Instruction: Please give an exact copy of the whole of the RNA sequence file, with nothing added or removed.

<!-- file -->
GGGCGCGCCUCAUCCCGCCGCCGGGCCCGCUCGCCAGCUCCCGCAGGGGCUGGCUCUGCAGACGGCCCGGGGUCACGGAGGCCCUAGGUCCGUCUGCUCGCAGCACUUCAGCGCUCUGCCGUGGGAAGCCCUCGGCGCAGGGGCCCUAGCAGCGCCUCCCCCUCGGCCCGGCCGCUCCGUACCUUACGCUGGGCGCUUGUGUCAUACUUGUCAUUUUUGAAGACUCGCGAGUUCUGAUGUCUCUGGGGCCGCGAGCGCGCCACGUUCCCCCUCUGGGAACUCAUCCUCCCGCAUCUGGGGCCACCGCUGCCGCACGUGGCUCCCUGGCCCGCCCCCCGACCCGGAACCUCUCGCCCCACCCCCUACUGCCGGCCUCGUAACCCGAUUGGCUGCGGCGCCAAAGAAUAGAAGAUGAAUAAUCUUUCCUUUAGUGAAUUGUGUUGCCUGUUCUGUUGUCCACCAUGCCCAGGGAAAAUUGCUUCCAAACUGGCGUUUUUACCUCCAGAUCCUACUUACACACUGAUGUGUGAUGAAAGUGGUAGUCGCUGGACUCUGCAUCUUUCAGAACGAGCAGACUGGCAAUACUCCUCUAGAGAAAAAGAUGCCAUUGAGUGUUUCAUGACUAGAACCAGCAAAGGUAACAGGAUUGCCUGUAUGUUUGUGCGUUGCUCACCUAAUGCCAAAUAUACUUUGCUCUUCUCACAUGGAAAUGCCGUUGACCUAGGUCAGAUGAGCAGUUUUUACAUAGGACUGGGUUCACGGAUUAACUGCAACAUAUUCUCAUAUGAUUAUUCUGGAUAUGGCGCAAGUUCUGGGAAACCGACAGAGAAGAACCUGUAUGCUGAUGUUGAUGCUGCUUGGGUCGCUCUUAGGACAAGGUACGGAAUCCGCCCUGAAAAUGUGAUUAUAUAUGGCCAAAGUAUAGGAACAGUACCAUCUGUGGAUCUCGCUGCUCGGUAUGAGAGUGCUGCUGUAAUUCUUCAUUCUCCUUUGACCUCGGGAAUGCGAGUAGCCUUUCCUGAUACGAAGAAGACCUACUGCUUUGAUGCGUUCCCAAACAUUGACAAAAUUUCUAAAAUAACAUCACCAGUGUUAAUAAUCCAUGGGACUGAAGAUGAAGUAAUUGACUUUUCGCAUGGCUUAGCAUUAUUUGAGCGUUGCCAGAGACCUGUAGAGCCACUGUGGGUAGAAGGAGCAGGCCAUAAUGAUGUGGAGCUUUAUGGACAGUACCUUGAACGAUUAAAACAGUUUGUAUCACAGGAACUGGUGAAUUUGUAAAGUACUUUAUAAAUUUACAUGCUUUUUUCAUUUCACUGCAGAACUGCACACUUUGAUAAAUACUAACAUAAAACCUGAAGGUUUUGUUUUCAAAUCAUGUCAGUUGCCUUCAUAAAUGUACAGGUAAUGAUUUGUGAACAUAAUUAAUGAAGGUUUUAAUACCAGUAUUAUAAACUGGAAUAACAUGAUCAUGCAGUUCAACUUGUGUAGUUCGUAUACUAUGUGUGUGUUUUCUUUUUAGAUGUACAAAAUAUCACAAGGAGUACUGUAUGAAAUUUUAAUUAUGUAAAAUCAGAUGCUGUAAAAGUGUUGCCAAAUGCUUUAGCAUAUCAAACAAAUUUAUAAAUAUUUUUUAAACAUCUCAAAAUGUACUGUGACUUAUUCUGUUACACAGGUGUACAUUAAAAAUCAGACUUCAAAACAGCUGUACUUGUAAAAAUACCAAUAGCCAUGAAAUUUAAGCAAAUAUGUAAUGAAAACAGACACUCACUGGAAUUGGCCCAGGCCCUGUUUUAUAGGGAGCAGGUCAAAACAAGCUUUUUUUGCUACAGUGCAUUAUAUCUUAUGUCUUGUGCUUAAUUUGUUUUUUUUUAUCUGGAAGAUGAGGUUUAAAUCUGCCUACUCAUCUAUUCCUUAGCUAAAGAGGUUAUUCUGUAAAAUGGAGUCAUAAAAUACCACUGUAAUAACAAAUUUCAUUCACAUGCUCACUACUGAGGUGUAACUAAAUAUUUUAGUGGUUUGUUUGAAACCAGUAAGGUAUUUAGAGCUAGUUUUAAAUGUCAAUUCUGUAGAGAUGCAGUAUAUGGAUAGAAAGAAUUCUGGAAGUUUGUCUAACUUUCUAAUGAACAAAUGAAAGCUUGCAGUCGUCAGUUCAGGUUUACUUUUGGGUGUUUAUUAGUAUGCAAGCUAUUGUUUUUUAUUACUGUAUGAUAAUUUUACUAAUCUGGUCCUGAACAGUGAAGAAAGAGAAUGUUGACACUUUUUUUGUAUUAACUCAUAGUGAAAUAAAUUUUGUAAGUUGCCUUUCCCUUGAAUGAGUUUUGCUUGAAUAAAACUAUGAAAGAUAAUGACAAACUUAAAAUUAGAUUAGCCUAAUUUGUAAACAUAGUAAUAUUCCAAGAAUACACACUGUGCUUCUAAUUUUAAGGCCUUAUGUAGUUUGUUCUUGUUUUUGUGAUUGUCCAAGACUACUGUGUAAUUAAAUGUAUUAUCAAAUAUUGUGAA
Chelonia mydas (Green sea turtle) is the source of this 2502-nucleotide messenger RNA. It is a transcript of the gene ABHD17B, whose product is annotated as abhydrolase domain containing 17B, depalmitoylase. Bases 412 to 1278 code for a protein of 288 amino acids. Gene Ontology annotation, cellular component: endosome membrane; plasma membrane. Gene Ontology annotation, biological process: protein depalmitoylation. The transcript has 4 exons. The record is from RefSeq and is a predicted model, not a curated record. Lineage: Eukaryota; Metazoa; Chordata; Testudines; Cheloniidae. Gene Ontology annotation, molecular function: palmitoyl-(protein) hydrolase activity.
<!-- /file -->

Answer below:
GGGCGCGCCUCAUCCCGCCGCCGGGCCCGCUCGCCAGCUCCCGCAGGGGCUGGCUCUGCAGACGGCCCGGGGUCACGGAGGCCCUAGGUCCGUCUGCUCGCAGCACUUCAGCGCUCUGCCGUGGGAAGCCCUCGGCGCAGGGGCCCUAGCAGCGCCUCCCCCUCGGCCCGGCCGCUCCGUACCUUACGCUGGGCGCUUGUGUCAUACUUGUCAUUUUUGAAGACUCGCGAGUUCUGAUGUCUCUGGGGCCGCGAGCGCGCCACGUUCCCCCUCUGGGAACUCAUCCUCCCGCAUCUGGGGCCACCGCUGCCGCACGUGGCUCCCUGGCCCGCCCCCCGACCCGGAACCUCUCGCCCCACCCCCUACUGCCGGCCUCGUAACCCGAUUGGCUGCGGCGCCAAAGAAUAGAAGAUGAAUAAUCUUUCCUUUAGUGAAUUGUGUUGCCUGUUCUGUUGUCCACCAUGCCCAGGGAAAAUUGCUUCCAAACUGGCGUUUUUACCUCCAGAUCCUACUUACACACUGAUGUGUGAUGAAAGUGGUAGUCGCUGGACUCUGCAUCUUUCAGAACGAGCAGACUGGCAAUACUCCUCUAGAGAAAAAGAUGCCAUUGAGUGUUUCAUGACUAGAACCAGCAAAGGUAACAGGAUUGCCUGUAUGUUUGUGCGUUGCUCACCUAAUGCCAAAUAUACUUUGCUCUUCUCACAUGGAAAUGCCGUUGACCUAGGUCAGAUGAGCAGUUUUUACAUAGGACUGGGUUCACGGAUUAACUGCAACAUAUUCUCAUAUGAUUAUUCUGGAUAUGGCGCAAGUUCUGGGAAACCGACAGAGAAGAACCUGUAUGCUGAUGUUGAUGCUGCUUGGGUCGCUCUUAGGACAAGGUACGGAAUCCGCCCUGAAAAUGUGAUUAUAUAUGGCCAAAGUAUAGGAACAGUACCAUCUGUGGAUCUCGCUGCUCGGUAUGAGAGUGCUGCUGUAAUUCUUCAUUCUCCUUUGACCUCGGGAAUGCGAGUAGCCUUUCCUGAUACGAAGAAGACCUACUGCUUUGAUGCGUUCCCAAACAUUGACAAAAUUUCUAAAAUAACAUCACCAGUGUUAAUAAUCCAUGGGACUGAAGAUGAAGUAAUUGACUUUUCGCAUGGCUUAGCAUUAUUUGAGCGUUGCCAGAGACCUGUAGAGCCACUGUGGGUAGAAGGAGCAGGCCAUAAUGAUGUGGAGCUUUAUGGACAGUACCUUGAACGAUUAAAACAGUUUGUAUCACAGGAACUGGUGAAUUUGUAAAGUACUUUAUAAAUUUACAUGCUUUUUUCAUUUCACUGCAGAACUGCACACUUUGAUAAAUACUAACAUAAAACCUGAAGGUUUUGUUUUCAAAUCAUGUCAGUUGCCUUCAUAAAUGUACAGGUAAUGAUUUGUGAACAUAAUUAAUGAAGGUUUUAAUACCAGUAUUAUAAACUGGAAUAACAUGAUCAUGCAGUUCAACUUGUGUAGUUCGUAUACUAUGUGUGUGUUUUCUUUUUAGAUGUACAAAAUAUCACAAGGAGUACUGUAUGAAAUUUUAAUUAUGUAAAAUCAGAUGCUGUAAAAGUGUUGCCAAAUGCUUUAGCAUAUCAAACAAAUUUAUAAAUAUUUUUUAAACAUCUCAAAAUGUACUGUGACUUAUUCUGUUACACAGGUGUACAUUAAAAAUCAGACUUCAAAACAGCUGUACUUGUAAAAAUACCAAUAGCCAUGAAAUUUAAGCAAAUAUGUAAUGAAAACAGACACUCACUGGAAUUGGCCCAGGCCCUGUUUUAUAGGGAGCAGGUCAAAACAAGCUUUUUUUGCUACAGUGCAUUAUAUCUUAUGUCUUGUGCUUAAUUUGUUUUUUUUUAUCUGGAAGAUGAGGUUUAAAUCUGCCUACUCAUCUAUUCCUUAGCUAAAGAGGUUAUUCUGUAAAAUGGAGUCAUAAAAUACCACUGUAAUAACAAAUUUCAUUCACAUGCUCACUACUGAGGUGUAACUAAAUAUUUUAGUGGUUUGUUUGAAACCAGUAAGGUAUUUAGAGCUAGUUUUAAAUGUCAAUUCUGUAGAGAUGCAGUAUAUGGAUAGAAAGAAUUCUGGAAGUUUGUCUAACUUUCUAAUGAACAAAUGAAAGCUUGCAGUCGUCAGUUCAGGUUUACUUUUGGGUGUUUAUUAGUAUGCAAGCUAUUGUUUUUUAUUACUGUAUGAUAAUUUUACUAAUCUGGUCCUGAACAGUGAAGAAAGAGAAUGUUGACACUUUUUUUGUAUUAACUCAUAGUGAAAUAAAUUUUGUAAGUUGCCUUUCCCUUGAAUGAGUUUUGCUUGAAUAAAACUAUGAAAGAUAAUGACAAACUUAAAAUUAGAUUAGCCUAAUUUGUAAACAUAGUAAUAUUCCAAGAAUACACACUGUGCUUCUAAUUUUAAGGCCUUAUGUAGUUUGUUCUUGUUUUUGUGAUUGUCCAAGACUACUGUGUAAUUAAAUGUAUUAUCAAAUAUUGUGAA
Chelonia mydas (Green sea turtle) is the source of this 2502-nucleotide messenger RNA. It is a transcript of the gene ABHD17B, whose product is annotated as abhydrolase domain containing 17B, depalmitoylase. Bases 412 to 1278 code for a protein of 288 amino acids. Gene Ontology annotation, cellular component: endosome membrane; plasma membrane. Gene Ontology annotation, biological process: protein depalmitoylation. The transcript has 4 exons. The record is from RefSeq and is a predicted model, not a curated record. Lineage: Eukaryota; Metazoa; Chordata; Testudines; Cheloniidae. Gene Ontology annotation, molecular function: palmitoyl-(protein) hydrolase activity.